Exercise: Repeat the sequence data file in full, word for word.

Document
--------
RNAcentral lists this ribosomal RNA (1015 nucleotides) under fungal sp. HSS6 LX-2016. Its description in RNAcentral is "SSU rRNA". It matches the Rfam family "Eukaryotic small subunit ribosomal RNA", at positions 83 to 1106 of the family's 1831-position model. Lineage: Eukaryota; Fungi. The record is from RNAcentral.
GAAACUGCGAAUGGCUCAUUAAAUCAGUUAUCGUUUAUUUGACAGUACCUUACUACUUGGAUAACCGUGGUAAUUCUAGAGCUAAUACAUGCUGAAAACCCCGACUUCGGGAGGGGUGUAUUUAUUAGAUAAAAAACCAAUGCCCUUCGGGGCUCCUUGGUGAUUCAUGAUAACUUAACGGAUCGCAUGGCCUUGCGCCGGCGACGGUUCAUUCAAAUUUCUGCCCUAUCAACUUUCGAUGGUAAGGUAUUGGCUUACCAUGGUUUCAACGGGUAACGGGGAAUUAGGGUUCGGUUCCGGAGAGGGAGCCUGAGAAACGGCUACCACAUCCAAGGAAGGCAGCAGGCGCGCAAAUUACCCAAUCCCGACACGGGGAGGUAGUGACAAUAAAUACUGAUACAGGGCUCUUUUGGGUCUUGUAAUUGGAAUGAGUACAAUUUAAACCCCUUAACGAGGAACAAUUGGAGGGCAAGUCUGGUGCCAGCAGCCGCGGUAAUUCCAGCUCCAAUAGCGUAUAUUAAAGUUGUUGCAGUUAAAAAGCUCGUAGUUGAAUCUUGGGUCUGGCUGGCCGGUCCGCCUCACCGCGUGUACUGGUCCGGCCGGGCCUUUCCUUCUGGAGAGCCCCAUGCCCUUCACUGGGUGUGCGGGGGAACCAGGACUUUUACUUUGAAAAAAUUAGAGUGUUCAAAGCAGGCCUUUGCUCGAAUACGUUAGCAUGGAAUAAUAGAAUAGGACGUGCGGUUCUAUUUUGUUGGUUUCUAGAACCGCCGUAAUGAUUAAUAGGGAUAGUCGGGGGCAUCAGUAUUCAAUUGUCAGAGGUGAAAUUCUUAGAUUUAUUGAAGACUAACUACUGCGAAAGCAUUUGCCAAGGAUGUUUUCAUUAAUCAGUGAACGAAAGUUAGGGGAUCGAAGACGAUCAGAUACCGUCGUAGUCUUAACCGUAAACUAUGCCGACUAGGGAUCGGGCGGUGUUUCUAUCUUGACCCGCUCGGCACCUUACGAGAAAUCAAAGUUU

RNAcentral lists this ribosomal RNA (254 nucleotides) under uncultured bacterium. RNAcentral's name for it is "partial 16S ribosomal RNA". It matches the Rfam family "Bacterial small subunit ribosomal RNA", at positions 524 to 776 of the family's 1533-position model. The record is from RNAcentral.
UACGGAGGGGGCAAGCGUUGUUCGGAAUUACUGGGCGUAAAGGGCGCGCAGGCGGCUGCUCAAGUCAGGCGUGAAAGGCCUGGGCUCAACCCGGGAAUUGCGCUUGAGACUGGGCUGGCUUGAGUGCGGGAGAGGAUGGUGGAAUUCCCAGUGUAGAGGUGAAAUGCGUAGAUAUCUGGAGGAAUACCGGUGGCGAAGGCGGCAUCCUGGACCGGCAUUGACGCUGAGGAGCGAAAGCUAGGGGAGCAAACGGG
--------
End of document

RNAcentral lists this ribosomal RNA (1015 nucleotides) under fungal sp. HSS6 LX-2016. Its description in RNAcentral is "SSU rRNA". It matches the Rfam family "Eukaryotic small subunit ribosomal RNA", at positions 83 to 1106 of the family's 1831-position model. Lineage: Eukaryota; Fungi. The record is from RNAcentral.
GAAACUGCGAAUGGCUCAUUAAAUCAGUUAUCGUUUAUUUGACAGUACCUUACUACUUGGAUAACCGUGGUAAUUCUAGAGCUAAUACAUGCUGAAAACCCCGACUUCGGGAGGGGUGUAUUUAUUAGAUAAAAAACCAAUGCCCUUCGGGGCUCCUUGGUGAUUCAUGAUAACUUAACGGAUCGCAUGGCCUUGCGCCGGCGACGGUUCAUUCAAAUUUCUGCCCUAUCAACUUUCGAUGGUAAGGUAUUGGCUUACCAUGGUUUCAACGGGUAACGGGGAAUUAGGGUUCGGUUCCGGAGAGGGAGCCUGAGAAACGGCUACCACAUCCAAGGAAGGCAGCAGGCGCGCAAAUUACCCAAUCCCGACACGGGGAGGUAGUGACAAUAAAUACUGAUACAGGGCUCUUUUGGGUCUUGUAAUUGGAAUGAGUACAAUUUAAACCCCUUAACGAGGAACAAUUGGAGGGCAAGUCUGGUGCCAGCAGCCGCGGUAAUUCCAGCUCCAAUAGCGUAUAUUAAAGUUGUUGCAGUUAAAAAGCUCGUAGUUGAAUCUUGGGUCUGGCUGGCCGGUCCGCCUCACCGCGUGUACUGGUCCGGCCGGGCCUUUCCUUCUGGAGAGCCCCAUGCCCUUCACUGGGUGUGCGGGGGAACCAGGACUUUUACUUUGAAAAAAUUAGAGUGUUCAAAGCAGGCCUUUGCUCGAAUACGUUAGCAUGGAAUAAUAGAAUAGGACGUGCGGUUCUAUUUUGUUGGUUUCUAGAACCGCCGUAAUGAUUAAUAGGGAUAGUCGGGGGCAUCAGUAUUCAAUUGUCAGAGGUGAAAUUCUUAGAUUUAUUGAAGACUAACUACUGCGAAAGCAUUUGCCAAGGAUGUUUUCAUUAAUCAGUGAACGAAAGUUAGGGGAUCGAAGACGAUCAGAUACCGUCGUAGUCUUAACCGUAAACUAUGCCGACUAGGGAUCGGGCGGUGUUUCUAUCUUGACCCGCUCGGCACCUUACGAGAAAUCAAAGUUU

RNAcentral lists this ribosomal RNA (254 nucleotides) under uncultured bacterium. RNAcentral's name for it is "partial 16S ribosomal RNA". It matches the Rfam family "Bacterial small subunit ribosomal RNA", at positions 524 to 776 of the family's 1533-position model. The record is from RNAcentral.
UACGGAGGGGGCAAGCGUUGUUCGGAAUUACUGGGCGUAAAGGGCGCGCAGGCGGCUGCUCAAGUCAGGCGUGAAAGGCCUGGGCUCAACCCGGGAAUUGCGCUUGAGACUGGGCUGGCUUGAGUGCGGGAGAGGAUGGUGGAAUUCCCAGUGUAGAGGUGAAAUGCGUAGAUAUCUGGAGGAAUACCGGUGGCGAAGGCGGCAUCCUGGACCGGCAUUGACGCUGAGGAGCGAAAGCUAGGGGAGCAAACGGG